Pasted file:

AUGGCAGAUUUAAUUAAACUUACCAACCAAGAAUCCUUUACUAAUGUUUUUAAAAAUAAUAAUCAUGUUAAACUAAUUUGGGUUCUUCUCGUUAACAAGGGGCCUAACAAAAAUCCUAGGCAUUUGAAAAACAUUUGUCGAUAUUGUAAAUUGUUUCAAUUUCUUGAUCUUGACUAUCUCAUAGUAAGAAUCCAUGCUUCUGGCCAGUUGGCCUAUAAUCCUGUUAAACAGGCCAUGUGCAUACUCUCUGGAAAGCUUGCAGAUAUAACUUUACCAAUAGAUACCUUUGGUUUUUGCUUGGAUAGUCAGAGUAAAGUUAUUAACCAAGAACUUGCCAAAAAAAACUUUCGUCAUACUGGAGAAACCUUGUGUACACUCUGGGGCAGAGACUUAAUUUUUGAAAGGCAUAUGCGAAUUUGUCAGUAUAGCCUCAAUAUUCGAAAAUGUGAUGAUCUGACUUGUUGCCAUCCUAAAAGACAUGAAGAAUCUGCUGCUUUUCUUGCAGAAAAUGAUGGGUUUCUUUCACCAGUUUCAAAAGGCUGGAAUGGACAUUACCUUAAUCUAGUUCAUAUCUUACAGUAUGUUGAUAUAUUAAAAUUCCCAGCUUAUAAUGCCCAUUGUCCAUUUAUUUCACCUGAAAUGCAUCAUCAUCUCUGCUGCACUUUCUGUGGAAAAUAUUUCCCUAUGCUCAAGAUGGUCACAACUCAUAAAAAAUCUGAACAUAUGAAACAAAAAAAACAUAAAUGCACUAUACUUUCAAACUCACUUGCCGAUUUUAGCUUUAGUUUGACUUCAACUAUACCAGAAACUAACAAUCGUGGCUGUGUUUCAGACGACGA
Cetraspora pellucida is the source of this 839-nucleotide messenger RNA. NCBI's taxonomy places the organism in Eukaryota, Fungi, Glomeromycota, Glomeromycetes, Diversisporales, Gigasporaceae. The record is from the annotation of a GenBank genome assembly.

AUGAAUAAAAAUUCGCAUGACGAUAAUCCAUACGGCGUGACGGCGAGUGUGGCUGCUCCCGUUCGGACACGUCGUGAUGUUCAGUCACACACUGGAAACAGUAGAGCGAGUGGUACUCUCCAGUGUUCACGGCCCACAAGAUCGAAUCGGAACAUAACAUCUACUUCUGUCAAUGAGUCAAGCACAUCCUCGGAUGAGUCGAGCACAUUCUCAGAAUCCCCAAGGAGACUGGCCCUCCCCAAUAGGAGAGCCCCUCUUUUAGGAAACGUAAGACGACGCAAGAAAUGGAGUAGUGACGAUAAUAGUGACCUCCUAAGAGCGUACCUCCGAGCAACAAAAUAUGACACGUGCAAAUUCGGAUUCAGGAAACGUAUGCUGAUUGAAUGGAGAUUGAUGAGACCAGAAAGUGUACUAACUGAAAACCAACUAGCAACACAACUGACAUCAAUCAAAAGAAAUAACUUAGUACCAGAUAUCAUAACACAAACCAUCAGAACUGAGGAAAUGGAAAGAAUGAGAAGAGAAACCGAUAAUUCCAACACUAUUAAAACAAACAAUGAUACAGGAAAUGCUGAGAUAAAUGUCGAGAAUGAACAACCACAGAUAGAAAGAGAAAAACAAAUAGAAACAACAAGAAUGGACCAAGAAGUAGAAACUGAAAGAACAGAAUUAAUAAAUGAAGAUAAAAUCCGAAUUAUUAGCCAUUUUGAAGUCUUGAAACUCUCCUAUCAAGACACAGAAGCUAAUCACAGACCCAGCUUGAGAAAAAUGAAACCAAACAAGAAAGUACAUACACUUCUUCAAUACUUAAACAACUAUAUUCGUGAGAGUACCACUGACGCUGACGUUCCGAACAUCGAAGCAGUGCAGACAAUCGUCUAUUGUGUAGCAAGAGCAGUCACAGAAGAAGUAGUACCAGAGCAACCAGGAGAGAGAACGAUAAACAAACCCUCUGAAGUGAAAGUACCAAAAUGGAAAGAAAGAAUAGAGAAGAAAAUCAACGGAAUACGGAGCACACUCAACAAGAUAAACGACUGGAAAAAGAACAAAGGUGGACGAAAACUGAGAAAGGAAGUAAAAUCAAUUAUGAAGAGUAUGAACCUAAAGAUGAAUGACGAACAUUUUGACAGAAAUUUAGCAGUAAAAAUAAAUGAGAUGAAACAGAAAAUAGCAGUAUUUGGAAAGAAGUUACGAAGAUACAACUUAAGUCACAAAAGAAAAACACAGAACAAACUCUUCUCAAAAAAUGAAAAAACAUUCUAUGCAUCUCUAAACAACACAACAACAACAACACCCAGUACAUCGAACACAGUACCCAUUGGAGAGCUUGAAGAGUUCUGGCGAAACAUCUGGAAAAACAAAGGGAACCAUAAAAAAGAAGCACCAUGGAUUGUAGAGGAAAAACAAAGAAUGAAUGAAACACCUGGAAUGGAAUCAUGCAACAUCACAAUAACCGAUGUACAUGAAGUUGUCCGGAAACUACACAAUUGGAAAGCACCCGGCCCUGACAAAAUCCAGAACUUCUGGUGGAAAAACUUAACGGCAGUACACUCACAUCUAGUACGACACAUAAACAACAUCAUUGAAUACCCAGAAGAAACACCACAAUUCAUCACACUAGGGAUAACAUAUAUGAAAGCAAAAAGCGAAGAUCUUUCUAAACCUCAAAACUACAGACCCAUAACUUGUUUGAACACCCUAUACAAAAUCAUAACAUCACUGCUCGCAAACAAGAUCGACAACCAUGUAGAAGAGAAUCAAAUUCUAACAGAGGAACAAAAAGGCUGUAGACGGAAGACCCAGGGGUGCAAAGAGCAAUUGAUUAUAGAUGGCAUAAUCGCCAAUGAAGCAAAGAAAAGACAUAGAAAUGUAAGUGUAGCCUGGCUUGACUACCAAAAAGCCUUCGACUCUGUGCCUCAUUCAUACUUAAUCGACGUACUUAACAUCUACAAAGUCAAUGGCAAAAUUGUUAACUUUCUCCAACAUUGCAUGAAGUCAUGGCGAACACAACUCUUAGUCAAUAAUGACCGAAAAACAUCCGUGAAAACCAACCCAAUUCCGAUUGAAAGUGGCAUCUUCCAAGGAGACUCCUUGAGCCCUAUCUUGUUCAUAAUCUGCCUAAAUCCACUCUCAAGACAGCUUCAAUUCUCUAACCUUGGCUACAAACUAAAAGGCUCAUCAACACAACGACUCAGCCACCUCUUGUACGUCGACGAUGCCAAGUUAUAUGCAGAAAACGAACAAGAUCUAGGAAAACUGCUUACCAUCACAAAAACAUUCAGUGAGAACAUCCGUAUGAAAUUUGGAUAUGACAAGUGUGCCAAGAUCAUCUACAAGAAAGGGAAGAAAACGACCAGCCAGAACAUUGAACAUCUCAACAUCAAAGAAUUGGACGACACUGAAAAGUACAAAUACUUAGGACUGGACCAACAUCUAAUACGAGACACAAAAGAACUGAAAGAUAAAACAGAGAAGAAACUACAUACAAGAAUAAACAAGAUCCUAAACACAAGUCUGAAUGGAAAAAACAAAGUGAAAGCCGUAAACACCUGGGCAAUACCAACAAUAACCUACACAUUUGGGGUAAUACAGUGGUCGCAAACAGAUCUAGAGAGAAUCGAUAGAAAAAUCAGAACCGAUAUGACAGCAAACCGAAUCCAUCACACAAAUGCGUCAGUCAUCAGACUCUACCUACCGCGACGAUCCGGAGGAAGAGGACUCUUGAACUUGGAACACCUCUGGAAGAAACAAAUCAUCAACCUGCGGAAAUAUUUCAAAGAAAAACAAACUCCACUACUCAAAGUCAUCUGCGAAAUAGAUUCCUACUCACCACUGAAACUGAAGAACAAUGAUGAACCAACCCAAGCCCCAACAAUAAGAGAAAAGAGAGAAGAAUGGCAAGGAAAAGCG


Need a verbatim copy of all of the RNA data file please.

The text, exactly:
AUGGCAGAUUUAAUUAAACUUACCAACCAAGAAUCCUUUACUAAUGUUUUUAAAAAUAAUAAUCAUGUUAAACUAAUUUGGGUUCUUCUCGUUAACAAGGGGCCUAACAAAAAUCCUAGGCAUUUGAAAAACAUUUGUCGAUAUUGUAAAUUGUUUCAAUUUCUUGAUCUUGACUAUCUCAUAGUAAGAAUCCAUGCUUCUGGCCAGUUGGCCUAUAAUCCUGUUAAACAGGCCAUGUGCAUACUCUCUGGAAAGCUUGCAGAUAUAACUUUACCAAUAGAUACCUUUGGUUUUUGCUUGGAUAGUCAGAGUAAAGUUAUUAACCAAGAACUUGCCAAAAAAAACUUUCGUCAUACUGGAGAAACCUUGUGUACACUCUGGGGCAGAGACUUAAUUUUUGAAAGGCAUAUGCGAAUUUGUCAGUAUAGCCUCAAUAUUCGAAAAUGUGAUGAUCUGACUUGUUGCCAUCCUAAAAGACAUGAAGAAUCUGCUGCUUUUCUUGCAGAAAAUGAUGGGUUUCUUUCACCAGUUUCAAAAGGCUGGAAUGGACAUUACCUUAAUCUAGUUCAUAUCUUACAGUAUGUUGAUAUAUUAAAAUUCCCAGCUUAUAAUGCCCAUUGUCCAUUUAUUUCACCUGAAAUGCAUCAUCAUCUCUGCUGCACUUUCUGUGGAAAAUAUUUCCCUAUGCUCAAGAUGGUCACAACUCAUAAAAAAUCUGAACAUAUGAAACAAAAAAAACAUAAAUGCACUAUACUUUCAAACUCACUUGCCGAUUUUAGCUUUAGUUUGACUUCAACUAUACCAGAAACUAACAAUCGUGGCUGUGUUUCAGACGACGA
Cetraspora pellucida is the source of this 839-nucleotide messenger RNA. NCBI's taxonomy places the organism in Eukaryota, Fungi, Glomeromycota, Glomeromycetes, Diversisporales, Gigasporaceae. The record is from the annotation of a GenBank genome assembly.

AUGAAUAAAAAUUCGCAUGACGAUAAUCCAUACGGCGUGACGGCGAGUGUGGCUGCUCCCGUUCGGACACGUCGUGAUGUUCAGUCACACACUGGAAACAGUAGAGCGAGUGGUACUCUCCAGUGUUCACGGCCCACAAGAUCGAAUCGGAACAUAACAUCUACUUCUGUCAAUGAGUCAAGCACAUCCUCGGAUGAGUCGAGCACAUUCUCAGAAUCCCCAAGGAGACUGGCCCUCCCCAAUAGGAGAGCCCCUCUUUUAGGAAACGUAAGACGACGCAAGAAAUGGAGUAGUGACGAUAAUAGUGACCUCCUAAGAGCGUACCUCCGAGCAACAAAAUAUGACACGUGCAAAUUCGGAUUCAGGAAACGUAUGCUGAUUGAAUGGAGAUUGAUGAGACCAGAAAGUGUACUAACUGAAAACCAACUAGCAACACAACUGACAUCAAUCAAAAGAAAUAACUUAGUACCAGAUAUCAUAACACAAACCAUCAGAACUGAGGAAAUGGAAAGAAUGAGAAGAGAAACCGAUAAUUCCAACACUAUUAAAACAAACAAUGAUACAGGAAAUGCUGAGAUAAAUGUCGAGAAUGAACAACCACAGAUAGAAAGAGAAAAACAAAUAGAAACAACAAGAAUGGACCAAGAAGUAGAAACUGAAAGAACAGAAUUAAUAAAUGAAGAUAAAAUCCGAAUUAUUAGCCAUUUUGAAGUCUUGAAACUCUCCUAUCAAGACACAGAAGCUAAUCACAGACCCAGCUUGAGAAAAAUGAAACCAAACAAGAAAGUACAUACACUUCUUCAAUACUUAAACAACUAUAUUCGUGAGAGUACCACUGACGCUGACGUUCCGAACAUCGAAGCAGUGCAGACAAUCGUCUAUUGUGUAGCAAGAGCAGUCACAGAAGAAGUAGUACCAGAGCAACCAGGAGAGAGAACGAUAAACAAACCCUCUGAAGUGAAAGUACCAAAAUGGAAAGAAAGAAUAGAGAAGAAAAUCAACGGAAUACGGAGCACACUCAACAAGAUAAACGACUGGAAAAAGAACAAAGGUGGACGAAAACUGAGAAAGGAAGUAAAAUCAAUUAUGAAGAGUAUGAACCUAAAGAUGAAUGACGAACAUUUUGACAGAAAUUUAGCAGUAAAAAUAAAUGAGAUGAAACAGAAAAUAGCAGUAUUUGGAAAGAAGUUACGAAGAUACAACUUAAGUCACAAAAGAAAAACACAGAACAAACUCUUCUCAAAAAAUGAAAAAACAUUCUAUGCAUCUCUAAACAACACAACAACAACAACACCCAGUACAUCGAACACAGUACCCAUUGGAGAGCUUGAAGAGUUCUGGCGAAACAUCUGGAAAAACAAAGGGAACCAUAAAAAAGAAGCACCAUGGAUUGUAGAGGAAAAACAAAGAAUGAAUGAAACACCUGGAAUGGAAUCAUGCAACAUCACAAUAACCGAUGUACAUGAAGUUGUCCGGAAACUACACAAUUGGAAAGCACCCGGCCCUGACAAAAUCCAGAACUUCUGGUGGAAAAACUUAACGGCAGUACACUCACAUCUAGUACGACACAUAAACAACAUCAUUGAAUACCCAGAAGAAACACCACAAUUCAUCACACUAGGGAUAACAUAUAUGAAAGCAAAAAGCGAAGAUCUUUCUAAACCUCAAAACUACAGACCCAUAACUUGUUUGAACACCCUAUACAAAAUCAUAACAUCACUGCUCGCAAACAAGAUCGACAACCAUGUAGAAGAGAAUCAAAUUCUAACAGAGGAACAAAAAGGCUGUAGACGGAAGACCCAGGGGUGCAAAGAGCAAUUGAUUAUAGAUGGCAUAAUCGCCAAUGAAGCAAAGAAAAGACAUAGAAAUGUAAGUGUAGCCUGGCUUGACUACCAAAAAGCCUUCGACUCUGUGCCUCAUUCAUACUUAAUCGACGUACUUAACAUCUACAAAGUCAAUGGCAAAAUUGUUAACUUUCUCCAACAUUGCAUGAAGUCAUGGCGAACACAACUCUUAGUCAAUAAUGACCGAAAAACAUCCGUGAAAACCAACCCAAUUCCGAUUGAAAGUGGCAUCUUCCAAGGAGACUCCUUGAGCCCUAUCUUGUUCAUAAUCUGCCUAAAUCCACUCUCAAGACAGCUUCAAUUCUCUAACCUUGGCUACAAACUAAAAGGCUCAUCAACACAACGACUCAGCCACCUCUUGUACGUCGACGAUGCCAAGUUAUAUGCAGAAAACGAACAAGAUCUAGGAAAACUGCUUACCAUCACAAAAACAUUCAGUGAGAACAUCCGUAUGAAAUUUGGAUAUGACAAGUGUGCCAAGAUCAUCUACAAGAAAGGGAAGAAAACGACCAGCCAGAACAUUGAACAUCUCAACAUCAAAGAAUUGGACGACACUGAAAAGUACAAAUACUUAGGACUGGACCAACAUCUAAUACGAGACACAAAAGAACUGAAAGAUAAAACAGAGAAGAAACUACAUACAAGAAUAAACAAGAUCCUAAACACAAGUCUGAAUGGAAAAAACAAAGUGAAAGCCGUAAACACCUGGGCAAUACCAACAAUAACCUACACAUUUGGGGUAAUACAGUGGUCGCAAACAGAUCUAGAGAGAAUCGAUAGAAAAAUCAGAACCGAUAUGACAGCAAACCGAAUCCAUCACACAAAUGCGUCAGUCAUCAGACUCUACCUACCGCGACGAUCCGGAGGAAGAGGACUCUUGAACUUGGAACACCUCUGGAAGAAACAAAUCAUCAACCUGCGGAAAUAUUUCAAAGAAAAACAAACUCCACUACUCAAAGUCAUCUGCGAAAUAGAUUCCUACUCACCACUGAAACUGAAGAACAAUGAUGAACCAACCCAAGCCCCAACAAUAAGAGAAAAGAGAGAAGAAUGGCAAGGAAAAGCG